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Building my start up, one adventure at a time

I don’t do white boxes. I can’t. Blank white offices make me fall asleep. Literally, by 2pm I’ll be dozing hoping you haven’t noticed I’ve got my eyes closed. This is one of the reasons I quite my first corporate job out of uni just 6 weeks after I started, and have never looked back.

I’ve worked in more colourful offices since and while I managed to stay awake in those, I knew I needed to get outside often, to stretch my legs and get some fresh air.

You also wouldn’t find me working late into the night. I know a lot of people feel pressure to work in a certain way. To have lunch at their desk and to be seen to be working until at least 9pm. But I know that none of those things make me productive. I need my sleep and I need fresh air — these are non-negotiable if you want me to do my best work.

And knowing how I work best makes running my own start up much easier.

When I’m stuck in front of a computer screen and find I’m not making progress, I know I need to get outside. Not just for a bit of fresh air these days, but to go for a run or cycle off into the countryside for an hour or two.

I’ll admit, there can sometimes still be a little inner battle. Between wanting to feel productive and not avoiding the work by doing something completely non-work related, and then also wanting to get some head space, turn off for a while and get some perspective. The expectation of society still hovers in the background of what we ‘should’ be doing with our time.

But of course, going for a bike ride usually wins. I love it. And actually getting that head space is always really valuable. When I get back I feel refreshed, ready to hit work again at a renewed pace and sense of vigor.

There’s no point struggling to get something done for 4 hours, if I know I can go for a 2 hour ride and then knocked out the work in 2 hours once I’ve got back.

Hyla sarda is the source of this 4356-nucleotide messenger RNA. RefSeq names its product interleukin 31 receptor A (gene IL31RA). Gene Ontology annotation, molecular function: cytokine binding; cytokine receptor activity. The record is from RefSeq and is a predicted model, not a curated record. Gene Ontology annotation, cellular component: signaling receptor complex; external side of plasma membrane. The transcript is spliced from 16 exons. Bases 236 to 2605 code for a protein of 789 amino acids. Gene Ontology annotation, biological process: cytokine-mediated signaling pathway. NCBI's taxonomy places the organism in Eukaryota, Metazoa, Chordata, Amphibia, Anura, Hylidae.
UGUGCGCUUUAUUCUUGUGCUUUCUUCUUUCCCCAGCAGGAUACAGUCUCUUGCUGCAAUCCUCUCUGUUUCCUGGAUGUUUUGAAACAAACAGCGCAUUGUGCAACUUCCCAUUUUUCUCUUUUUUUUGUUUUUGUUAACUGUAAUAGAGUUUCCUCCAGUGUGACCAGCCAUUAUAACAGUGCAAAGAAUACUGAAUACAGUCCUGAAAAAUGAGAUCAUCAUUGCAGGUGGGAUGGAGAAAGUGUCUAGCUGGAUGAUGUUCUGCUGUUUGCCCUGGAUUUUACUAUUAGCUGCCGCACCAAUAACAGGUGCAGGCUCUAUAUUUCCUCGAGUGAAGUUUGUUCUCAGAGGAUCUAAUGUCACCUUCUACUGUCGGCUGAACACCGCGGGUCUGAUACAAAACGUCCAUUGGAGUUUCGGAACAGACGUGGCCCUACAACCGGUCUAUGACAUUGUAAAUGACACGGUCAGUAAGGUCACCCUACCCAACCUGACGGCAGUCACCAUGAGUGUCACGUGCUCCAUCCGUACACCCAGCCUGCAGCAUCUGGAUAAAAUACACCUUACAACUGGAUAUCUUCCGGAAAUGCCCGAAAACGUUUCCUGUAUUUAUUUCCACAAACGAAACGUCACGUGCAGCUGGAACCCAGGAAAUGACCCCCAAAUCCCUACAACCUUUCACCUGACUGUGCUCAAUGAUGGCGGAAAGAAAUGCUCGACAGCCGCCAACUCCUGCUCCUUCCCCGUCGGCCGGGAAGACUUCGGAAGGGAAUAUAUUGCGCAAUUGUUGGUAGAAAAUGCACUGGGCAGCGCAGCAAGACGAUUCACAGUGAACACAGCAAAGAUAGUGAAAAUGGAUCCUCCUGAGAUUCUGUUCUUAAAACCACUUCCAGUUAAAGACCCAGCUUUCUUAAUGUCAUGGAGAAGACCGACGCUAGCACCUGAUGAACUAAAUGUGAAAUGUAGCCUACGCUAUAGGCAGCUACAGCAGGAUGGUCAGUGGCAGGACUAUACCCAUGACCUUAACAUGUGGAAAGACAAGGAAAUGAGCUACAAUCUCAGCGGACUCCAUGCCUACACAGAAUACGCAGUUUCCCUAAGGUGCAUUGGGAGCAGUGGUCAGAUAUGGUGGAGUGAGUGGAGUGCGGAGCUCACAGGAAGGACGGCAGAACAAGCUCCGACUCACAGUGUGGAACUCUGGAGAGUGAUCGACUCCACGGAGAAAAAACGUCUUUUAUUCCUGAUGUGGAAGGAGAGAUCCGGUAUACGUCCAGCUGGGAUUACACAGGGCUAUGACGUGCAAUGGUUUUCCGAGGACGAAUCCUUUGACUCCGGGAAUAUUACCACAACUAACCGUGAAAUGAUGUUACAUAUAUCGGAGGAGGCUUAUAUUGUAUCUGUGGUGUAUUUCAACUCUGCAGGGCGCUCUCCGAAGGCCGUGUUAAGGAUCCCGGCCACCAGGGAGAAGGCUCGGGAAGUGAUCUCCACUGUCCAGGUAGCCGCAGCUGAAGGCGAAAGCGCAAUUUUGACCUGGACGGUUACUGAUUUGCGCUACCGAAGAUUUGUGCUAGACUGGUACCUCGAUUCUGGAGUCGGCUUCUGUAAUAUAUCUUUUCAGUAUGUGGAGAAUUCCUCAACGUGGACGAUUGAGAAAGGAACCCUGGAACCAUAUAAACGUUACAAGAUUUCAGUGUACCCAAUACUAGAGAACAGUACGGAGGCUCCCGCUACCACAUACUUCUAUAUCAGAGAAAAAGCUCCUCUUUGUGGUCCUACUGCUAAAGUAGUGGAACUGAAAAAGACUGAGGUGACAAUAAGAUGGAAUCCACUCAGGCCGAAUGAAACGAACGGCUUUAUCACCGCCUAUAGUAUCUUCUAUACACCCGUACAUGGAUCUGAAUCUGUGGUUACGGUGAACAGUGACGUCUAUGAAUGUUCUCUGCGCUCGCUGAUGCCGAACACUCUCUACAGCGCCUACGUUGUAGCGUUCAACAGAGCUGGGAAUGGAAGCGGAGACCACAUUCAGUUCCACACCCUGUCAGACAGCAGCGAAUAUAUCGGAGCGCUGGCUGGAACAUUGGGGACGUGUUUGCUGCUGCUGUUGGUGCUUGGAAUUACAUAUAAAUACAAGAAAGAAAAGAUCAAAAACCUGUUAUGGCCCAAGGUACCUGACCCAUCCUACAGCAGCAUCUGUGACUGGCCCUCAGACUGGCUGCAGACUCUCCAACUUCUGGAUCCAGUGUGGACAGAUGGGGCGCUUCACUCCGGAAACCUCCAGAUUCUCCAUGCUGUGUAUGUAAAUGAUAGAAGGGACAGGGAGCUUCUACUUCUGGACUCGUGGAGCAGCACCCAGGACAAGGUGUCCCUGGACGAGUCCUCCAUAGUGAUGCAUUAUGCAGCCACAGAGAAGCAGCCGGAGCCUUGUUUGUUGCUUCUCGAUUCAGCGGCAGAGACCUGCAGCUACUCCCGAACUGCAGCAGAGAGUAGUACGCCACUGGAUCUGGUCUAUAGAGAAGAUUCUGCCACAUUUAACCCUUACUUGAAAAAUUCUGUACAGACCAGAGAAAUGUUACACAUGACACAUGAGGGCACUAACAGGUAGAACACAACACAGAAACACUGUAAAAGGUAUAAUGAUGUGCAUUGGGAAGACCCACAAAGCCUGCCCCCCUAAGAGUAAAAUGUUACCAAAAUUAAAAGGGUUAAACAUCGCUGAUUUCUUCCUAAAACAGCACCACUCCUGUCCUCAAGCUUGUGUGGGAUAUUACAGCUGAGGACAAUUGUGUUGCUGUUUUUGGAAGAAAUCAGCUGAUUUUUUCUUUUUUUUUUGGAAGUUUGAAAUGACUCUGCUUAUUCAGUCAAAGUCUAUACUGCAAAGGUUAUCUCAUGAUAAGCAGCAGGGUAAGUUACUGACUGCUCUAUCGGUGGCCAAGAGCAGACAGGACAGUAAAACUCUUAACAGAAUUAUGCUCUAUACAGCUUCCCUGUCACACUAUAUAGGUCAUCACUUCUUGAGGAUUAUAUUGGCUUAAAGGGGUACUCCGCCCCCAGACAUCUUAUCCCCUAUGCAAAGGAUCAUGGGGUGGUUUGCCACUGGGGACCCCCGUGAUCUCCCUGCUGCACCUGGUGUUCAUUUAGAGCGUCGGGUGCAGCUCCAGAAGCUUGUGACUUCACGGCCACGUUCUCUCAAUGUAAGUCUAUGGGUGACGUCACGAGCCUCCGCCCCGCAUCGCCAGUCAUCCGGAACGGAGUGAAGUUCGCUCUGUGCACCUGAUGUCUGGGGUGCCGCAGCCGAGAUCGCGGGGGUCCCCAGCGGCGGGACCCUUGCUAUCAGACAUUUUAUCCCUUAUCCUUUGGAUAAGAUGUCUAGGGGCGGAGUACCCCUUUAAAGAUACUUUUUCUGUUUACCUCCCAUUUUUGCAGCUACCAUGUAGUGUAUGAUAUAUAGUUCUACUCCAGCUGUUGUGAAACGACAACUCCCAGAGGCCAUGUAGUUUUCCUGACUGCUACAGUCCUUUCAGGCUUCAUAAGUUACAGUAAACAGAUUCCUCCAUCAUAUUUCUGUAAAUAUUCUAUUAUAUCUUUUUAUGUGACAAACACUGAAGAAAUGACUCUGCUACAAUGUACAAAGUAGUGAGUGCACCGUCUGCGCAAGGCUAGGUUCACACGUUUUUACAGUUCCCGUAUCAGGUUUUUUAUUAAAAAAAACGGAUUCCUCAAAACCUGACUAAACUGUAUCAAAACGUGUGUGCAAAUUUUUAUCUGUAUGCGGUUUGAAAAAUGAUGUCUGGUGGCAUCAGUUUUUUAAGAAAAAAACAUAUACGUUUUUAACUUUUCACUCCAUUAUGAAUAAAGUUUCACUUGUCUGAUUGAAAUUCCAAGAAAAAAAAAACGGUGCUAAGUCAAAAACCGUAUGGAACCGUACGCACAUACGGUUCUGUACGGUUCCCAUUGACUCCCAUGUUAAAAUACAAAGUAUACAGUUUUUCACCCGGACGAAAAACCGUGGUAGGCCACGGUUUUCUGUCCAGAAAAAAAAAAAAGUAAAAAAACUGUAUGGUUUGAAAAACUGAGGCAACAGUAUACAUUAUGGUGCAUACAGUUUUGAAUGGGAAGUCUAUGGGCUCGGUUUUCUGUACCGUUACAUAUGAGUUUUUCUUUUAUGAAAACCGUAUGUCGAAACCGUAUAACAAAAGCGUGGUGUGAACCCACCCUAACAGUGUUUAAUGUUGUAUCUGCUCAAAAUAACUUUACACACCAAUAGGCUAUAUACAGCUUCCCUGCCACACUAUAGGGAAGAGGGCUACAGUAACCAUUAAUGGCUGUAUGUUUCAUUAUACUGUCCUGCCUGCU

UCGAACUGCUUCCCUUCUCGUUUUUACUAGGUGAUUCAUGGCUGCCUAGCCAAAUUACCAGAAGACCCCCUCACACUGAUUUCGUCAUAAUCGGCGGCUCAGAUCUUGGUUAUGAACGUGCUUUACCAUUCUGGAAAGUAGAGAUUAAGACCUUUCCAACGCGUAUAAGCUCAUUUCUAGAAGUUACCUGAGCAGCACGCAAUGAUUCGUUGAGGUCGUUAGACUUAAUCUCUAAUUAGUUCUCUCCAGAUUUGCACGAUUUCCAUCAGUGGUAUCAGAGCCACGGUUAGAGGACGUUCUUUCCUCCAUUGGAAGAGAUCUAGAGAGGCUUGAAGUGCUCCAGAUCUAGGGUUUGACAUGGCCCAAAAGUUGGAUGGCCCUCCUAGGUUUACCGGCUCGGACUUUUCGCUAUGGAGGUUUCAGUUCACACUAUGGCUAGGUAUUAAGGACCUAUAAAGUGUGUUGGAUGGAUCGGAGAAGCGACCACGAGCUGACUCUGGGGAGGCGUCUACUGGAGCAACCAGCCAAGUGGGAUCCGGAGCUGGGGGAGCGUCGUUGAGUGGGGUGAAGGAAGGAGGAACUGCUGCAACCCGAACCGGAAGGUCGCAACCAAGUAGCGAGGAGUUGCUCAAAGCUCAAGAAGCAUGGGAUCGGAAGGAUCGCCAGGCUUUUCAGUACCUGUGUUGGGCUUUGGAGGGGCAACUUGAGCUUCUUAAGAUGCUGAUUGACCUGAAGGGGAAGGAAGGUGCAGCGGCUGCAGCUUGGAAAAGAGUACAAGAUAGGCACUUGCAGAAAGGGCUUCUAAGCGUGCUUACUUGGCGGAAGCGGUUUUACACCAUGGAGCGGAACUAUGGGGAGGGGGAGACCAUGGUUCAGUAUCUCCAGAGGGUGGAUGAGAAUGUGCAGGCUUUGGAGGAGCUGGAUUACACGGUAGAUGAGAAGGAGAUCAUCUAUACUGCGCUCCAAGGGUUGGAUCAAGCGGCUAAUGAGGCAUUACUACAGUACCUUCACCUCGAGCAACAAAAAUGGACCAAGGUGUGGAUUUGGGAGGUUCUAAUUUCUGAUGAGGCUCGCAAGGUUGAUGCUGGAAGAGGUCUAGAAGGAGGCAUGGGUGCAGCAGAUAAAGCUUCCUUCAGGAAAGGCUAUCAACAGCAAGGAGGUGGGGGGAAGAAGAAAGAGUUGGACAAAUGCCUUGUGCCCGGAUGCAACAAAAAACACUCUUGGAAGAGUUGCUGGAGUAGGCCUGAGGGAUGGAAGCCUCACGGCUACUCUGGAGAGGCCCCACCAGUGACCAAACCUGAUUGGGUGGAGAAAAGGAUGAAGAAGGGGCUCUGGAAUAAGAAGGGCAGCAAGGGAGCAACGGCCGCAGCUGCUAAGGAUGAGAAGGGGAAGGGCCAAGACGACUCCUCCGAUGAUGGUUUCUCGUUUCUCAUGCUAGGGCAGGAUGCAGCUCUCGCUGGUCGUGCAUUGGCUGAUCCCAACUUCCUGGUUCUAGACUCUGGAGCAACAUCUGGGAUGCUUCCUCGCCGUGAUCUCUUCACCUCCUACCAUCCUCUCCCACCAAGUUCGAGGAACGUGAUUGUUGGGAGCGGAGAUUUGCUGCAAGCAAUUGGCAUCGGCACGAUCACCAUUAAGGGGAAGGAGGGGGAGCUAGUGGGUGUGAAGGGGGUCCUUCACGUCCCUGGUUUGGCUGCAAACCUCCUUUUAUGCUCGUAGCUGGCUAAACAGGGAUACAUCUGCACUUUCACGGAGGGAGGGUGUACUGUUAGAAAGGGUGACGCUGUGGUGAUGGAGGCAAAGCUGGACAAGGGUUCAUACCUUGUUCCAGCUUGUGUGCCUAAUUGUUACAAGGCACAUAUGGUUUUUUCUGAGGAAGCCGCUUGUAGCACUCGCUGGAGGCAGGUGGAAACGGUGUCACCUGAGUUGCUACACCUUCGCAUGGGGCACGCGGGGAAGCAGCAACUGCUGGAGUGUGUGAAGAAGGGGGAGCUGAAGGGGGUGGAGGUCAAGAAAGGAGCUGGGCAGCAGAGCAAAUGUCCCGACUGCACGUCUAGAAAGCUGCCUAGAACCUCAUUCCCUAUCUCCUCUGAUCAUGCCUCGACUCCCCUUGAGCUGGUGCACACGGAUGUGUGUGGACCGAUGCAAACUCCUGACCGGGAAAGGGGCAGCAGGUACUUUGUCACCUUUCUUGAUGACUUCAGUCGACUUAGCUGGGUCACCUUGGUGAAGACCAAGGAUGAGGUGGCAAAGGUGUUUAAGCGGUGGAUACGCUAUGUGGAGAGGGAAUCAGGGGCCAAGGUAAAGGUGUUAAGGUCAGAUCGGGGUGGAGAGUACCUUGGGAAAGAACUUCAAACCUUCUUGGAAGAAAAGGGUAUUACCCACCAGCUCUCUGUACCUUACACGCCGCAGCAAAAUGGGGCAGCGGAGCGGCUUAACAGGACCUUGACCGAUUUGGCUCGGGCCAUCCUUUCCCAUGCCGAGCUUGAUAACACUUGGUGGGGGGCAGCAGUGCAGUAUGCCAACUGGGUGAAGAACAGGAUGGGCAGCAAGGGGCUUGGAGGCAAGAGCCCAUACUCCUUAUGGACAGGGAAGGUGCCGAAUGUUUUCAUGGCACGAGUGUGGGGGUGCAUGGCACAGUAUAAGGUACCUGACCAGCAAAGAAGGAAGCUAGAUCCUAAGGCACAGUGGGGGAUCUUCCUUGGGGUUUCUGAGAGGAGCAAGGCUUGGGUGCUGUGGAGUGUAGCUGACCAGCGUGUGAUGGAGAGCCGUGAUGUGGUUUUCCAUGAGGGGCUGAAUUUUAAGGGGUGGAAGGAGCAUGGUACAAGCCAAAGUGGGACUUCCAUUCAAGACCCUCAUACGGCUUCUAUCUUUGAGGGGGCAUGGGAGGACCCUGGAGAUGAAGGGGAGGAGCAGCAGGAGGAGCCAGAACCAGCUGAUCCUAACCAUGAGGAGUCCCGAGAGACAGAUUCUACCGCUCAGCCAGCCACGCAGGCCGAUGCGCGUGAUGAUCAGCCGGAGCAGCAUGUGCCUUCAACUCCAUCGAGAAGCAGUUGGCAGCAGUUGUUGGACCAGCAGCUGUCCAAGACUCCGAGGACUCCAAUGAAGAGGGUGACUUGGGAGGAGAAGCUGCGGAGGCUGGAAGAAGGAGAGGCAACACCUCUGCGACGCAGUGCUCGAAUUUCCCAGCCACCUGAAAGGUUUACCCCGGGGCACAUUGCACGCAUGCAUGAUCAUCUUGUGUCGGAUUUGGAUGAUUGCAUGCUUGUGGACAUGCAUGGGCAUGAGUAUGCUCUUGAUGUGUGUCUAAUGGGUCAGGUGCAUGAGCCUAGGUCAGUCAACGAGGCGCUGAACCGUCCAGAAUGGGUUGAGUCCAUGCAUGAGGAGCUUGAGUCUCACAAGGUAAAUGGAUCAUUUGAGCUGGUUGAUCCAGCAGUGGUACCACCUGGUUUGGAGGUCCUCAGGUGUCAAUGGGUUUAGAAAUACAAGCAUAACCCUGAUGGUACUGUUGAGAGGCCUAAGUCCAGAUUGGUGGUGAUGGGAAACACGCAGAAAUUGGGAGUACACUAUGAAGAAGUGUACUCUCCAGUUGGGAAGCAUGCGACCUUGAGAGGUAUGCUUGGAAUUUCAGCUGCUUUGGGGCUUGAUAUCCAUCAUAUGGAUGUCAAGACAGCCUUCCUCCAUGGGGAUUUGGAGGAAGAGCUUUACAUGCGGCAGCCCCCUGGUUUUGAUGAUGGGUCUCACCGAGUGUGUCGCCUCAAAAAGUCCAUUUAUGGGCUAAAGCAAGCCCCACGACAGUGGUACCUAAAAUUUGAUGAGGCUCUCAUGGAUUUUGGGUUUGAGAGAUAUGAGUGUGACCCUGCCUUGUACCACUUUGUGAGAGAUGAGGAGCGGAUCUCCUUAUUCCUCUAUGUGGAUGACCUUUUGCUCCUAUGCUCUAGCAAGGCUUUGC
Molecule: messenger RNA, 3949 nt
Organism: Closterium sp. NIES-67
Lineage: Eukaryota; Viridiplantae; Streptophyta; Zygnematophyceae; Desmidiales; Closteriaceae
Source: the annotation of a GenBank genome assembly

Plus, it’s interesting looking at how the more I get outside, the happier I feel and the more my business is starting to progress the way I want it to.

If you’re part of the start up/adventure scene you often hear the cheers as someone announces they’ve quite their job and the intrigue as another person launches their latest side project. And it’s pretty awesome. We are all masters of our destiny and delightfully that includes how we spend our time.

Lately I’ve really started to indulge my craving of the outdoors. Initially I was introduced to microadventures back in 2014 by Alastair Humphreys and then people like Dave Cornthwaite, Anna McNuff and Elise Downing got me yearning for more of a challenge.

While getting out on the bike for 2 hours or going for a short run helps me put perspective on the current project I’m working on, getting out into the wild for a longer period, really challenging myself physically and mentally puts the wider context on my start up. It gives the room to dream of how it could evolve differently, to consider what I would actually really love to be doing that I’ve not yet pursued. And most importantly it gives me the courage to know that I can do it, whatever it is that I would love to create, is possible.

Completing a wild challenge renews in me a faith in myself. It shows me what I can accomplish, if only I’m silly enough to dream up some random challenge and then boldly follow it to the end, no matter how I feel along the way.

At the start of a big new challenge, like walking 70 miles along the river Cam, I sometimes have a bit of a panic. I felt incredibly stupid as my friend Nicola dropped me off at the source of the river — who’s stupid idea was this? What the hell was I doing? I’d never walked further than an hour or two, yet alone for 4 days completely on my own, camping out by myself en route!

But knowing that this feeling is just a part of the story, that once you get going, a couple of miles in and you’ve broken out the jelly babies, it starts to feel pretty awesome. Particularly when the sun’s shining as you walk through wide open countryside while everyone else is stuck in a white box.

That’s when you know it’s worth the occasional doubt, during the adventure and the start up, in order to discover what you hadn’t even thought possible before.

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